Lithium: Drug Interactions & Overdose

Instructor: Artem Cheprasov

Artem has a doctor of veterinary medicine degree.

This lesson goes over numerous examples of drugs lithium might interact with and what the interaction might cause. It also goes over the signs and symptoms of acute and chronic lithium overdose.

Lithium and Bipolar Disorder

What's found in your phone that can treat a mental health disorder? It's lithium, a type of metal used in everything from rechargeable batteries found in electronics to medication for bipolar disorder. Bipolar disorder is a mental health condition where a person alternates between periods of profound lows (depression) and emotional highs (mania).

Why don't we go over lithium's various drug interactions as well as overdose information in this lesson?

Drug Interactions

Let's start with drug interactions first. Lithium has scores of important drug interactions so we'll only be able to explore a few of them in this lesson.

First, let's meet Quinn, no not the medicine woman. Quinn takes a medication called quinidine. Quinidine is used to treat arrhythmias, or abnormal heart rhythms. Ironically enough, if Quinn were to use quinidine with lithium, she'd be at increased risk of having a potentially life-threatening arrhythmia.

Dolly takes dolasetron. Dolly is a cancer patient who is on chemotherapy. As a result, she experiences nausea and vomiting. She is given dolasetron to try and prevent the nausea and vomiting. But if she takes lithium at the same time, she's at increased risk of serotonin syndrome. In short, this condition can leads to shaking, hallucinations, an increased heart rate, incoordination, and as ironically as with Quinn, nausea and vomiting.

Next up is Hal. Hal takes haloperidol to control Tourette's syndrome. The problem is that taking lithium with haloperidol can lead to an abnormal heart rhythm. Hal may experience difficulty breathing confusion, dizziness, fainting and tremors as well in this instance.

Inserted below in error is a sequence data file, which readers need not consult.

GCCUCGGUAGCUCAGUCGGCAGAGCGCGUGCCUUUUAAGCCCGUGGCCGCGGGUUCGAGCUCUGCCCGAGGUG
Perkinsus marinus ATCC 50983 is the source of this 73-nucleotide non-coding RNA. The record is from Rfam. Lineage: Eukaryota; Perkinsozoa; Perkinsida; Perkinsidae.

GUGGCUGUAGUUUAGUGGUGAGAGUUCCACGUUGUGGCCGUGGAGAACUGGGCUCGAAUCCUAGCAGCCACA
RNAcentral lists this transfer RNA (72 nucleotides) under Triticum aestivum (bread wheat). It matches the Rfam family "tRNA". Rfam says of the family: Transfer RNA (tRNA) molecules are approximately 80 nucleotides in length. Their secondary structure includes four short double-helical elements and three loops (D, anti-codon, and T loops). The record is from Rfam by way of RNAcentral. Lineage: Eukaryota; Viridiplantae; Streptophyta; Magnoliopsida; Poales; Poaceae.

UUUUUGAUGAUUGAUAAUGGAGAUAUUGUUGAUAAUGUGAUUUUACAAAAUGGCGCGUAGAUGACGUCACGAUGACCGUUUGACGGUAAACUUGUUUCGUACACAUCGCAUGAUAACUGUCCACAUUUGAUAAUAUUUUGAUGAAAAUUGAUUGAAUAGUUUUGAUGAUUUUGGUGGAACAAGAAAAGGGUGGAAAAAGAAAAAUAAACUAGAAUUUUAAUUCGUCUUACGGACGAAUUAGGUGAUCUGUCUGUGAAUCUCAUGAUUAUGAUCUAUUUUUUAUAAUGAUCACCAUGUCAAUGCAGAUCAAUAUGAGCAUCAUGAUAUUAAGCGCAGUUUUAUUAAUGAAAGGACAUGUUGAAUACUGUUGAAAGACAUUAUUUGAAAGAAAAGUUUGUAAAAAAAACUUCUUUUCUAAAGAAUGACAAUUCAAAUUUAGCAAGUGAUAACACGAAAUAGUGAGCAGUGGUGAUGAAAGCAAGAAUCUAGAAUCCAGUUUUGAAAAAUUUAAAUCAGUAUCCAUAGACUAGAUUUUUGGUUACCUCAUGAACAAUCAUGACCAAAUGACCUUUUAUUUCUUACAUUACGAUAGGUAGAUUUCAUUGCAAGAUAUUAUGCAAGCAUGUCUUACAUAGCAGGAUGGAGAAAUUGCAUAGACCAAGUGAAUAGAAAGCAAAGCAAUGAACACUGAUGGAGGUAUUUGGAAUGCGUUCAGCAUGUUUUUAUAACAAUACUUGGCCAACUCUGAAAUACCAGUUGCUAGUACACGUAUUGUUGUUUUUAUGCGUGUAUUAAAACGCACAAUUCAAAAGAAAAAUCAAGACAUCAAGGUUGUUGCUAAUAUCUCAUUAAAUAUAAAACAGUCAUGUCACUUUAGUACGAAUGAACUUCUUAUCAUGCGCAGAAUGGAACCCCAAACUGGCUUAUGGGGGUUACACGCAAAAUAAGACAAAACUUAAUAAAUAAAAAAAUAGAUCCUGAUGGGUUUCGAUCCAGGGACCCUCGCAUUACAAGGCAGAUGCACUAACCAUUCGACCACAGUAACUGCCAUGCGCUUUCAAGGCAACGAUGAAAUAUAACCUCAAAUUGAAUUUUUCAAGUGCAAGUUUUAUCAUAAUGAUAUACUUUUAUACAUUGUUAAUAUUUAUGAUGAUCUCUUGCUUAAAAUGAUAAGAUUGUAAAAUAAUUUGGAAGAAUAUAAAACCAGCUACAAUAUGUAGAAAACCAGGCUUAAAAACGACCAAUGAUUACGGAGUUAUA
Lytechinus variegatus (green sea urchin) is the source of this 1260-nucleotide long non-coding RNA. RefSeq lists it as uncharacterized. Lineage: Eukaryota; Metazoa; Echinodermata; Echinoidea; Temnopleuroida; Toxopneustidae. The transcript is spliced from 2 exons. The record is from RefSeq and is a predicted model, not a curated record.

Lacy take Lasix, the famous name for a 'water-pill' known as furosemide. When used together with lithium, lithium's effects upon the body might be increased. This could lead to diarrhea, increased urination, drowsiness, and thirstiness.

Finally, we'll talk to Connie. Connie takes ConZip, the brand name for a pain reliever known as tramadol. Using tramadol with lithium might increase the risk of Connie having a seizure. This is especially true if she is elderly, has a history of seizures or is withdrawing from alcohol or drug abuse.

Again, these aren't all the possible drug interactions between lithium and other medications, simply examples of the wide breadth of possible issues such interactions might cause.

Overdose

Lithium, even without any drug interactions, can be toxic if your overdose on the medication. If you take way too much at once, you're at risk of an acute lithium toxicity. If you take just a bit too much over a long period of time, you're at risk of chronic lithium toxicity.

Acute lithium toxicity can cause:

  • Nausea and/or vomiting
  • Stomach pain
  • Diarrhea
  • Dizziness
  • Weakness

To unlock this lesson you must be a Study.com Member.
Create your account

Register to view this lesson

Are you a student or a teacher?

Unlock Your Education

See for yourself why 30 million people use Study.com

Become a Study.com member and start learning now.
Become a Member  Back
What teachers are saying about Study.com
Try it risk-free for 30 days

Earning College Credit

Did you know… We have over 200 college courses that prepare you to earn credit by exam that is accepted by over 1,500 colleges and universities. You can test out of the first two years of college and save thousands off your degree. Anyone can earn credit-by-exam regardless of age or education level.

To learn more, visit our Earning Credit Page

Transferring credit to the school of your choice

Not sure what college you want to attend yet? Study.com has thousands of articles about every imaginable degree, area of study and career path that can help you find the school that's right for you.

Create an account to start this course today
Try it risk-free for 30 days!
Create an account
Support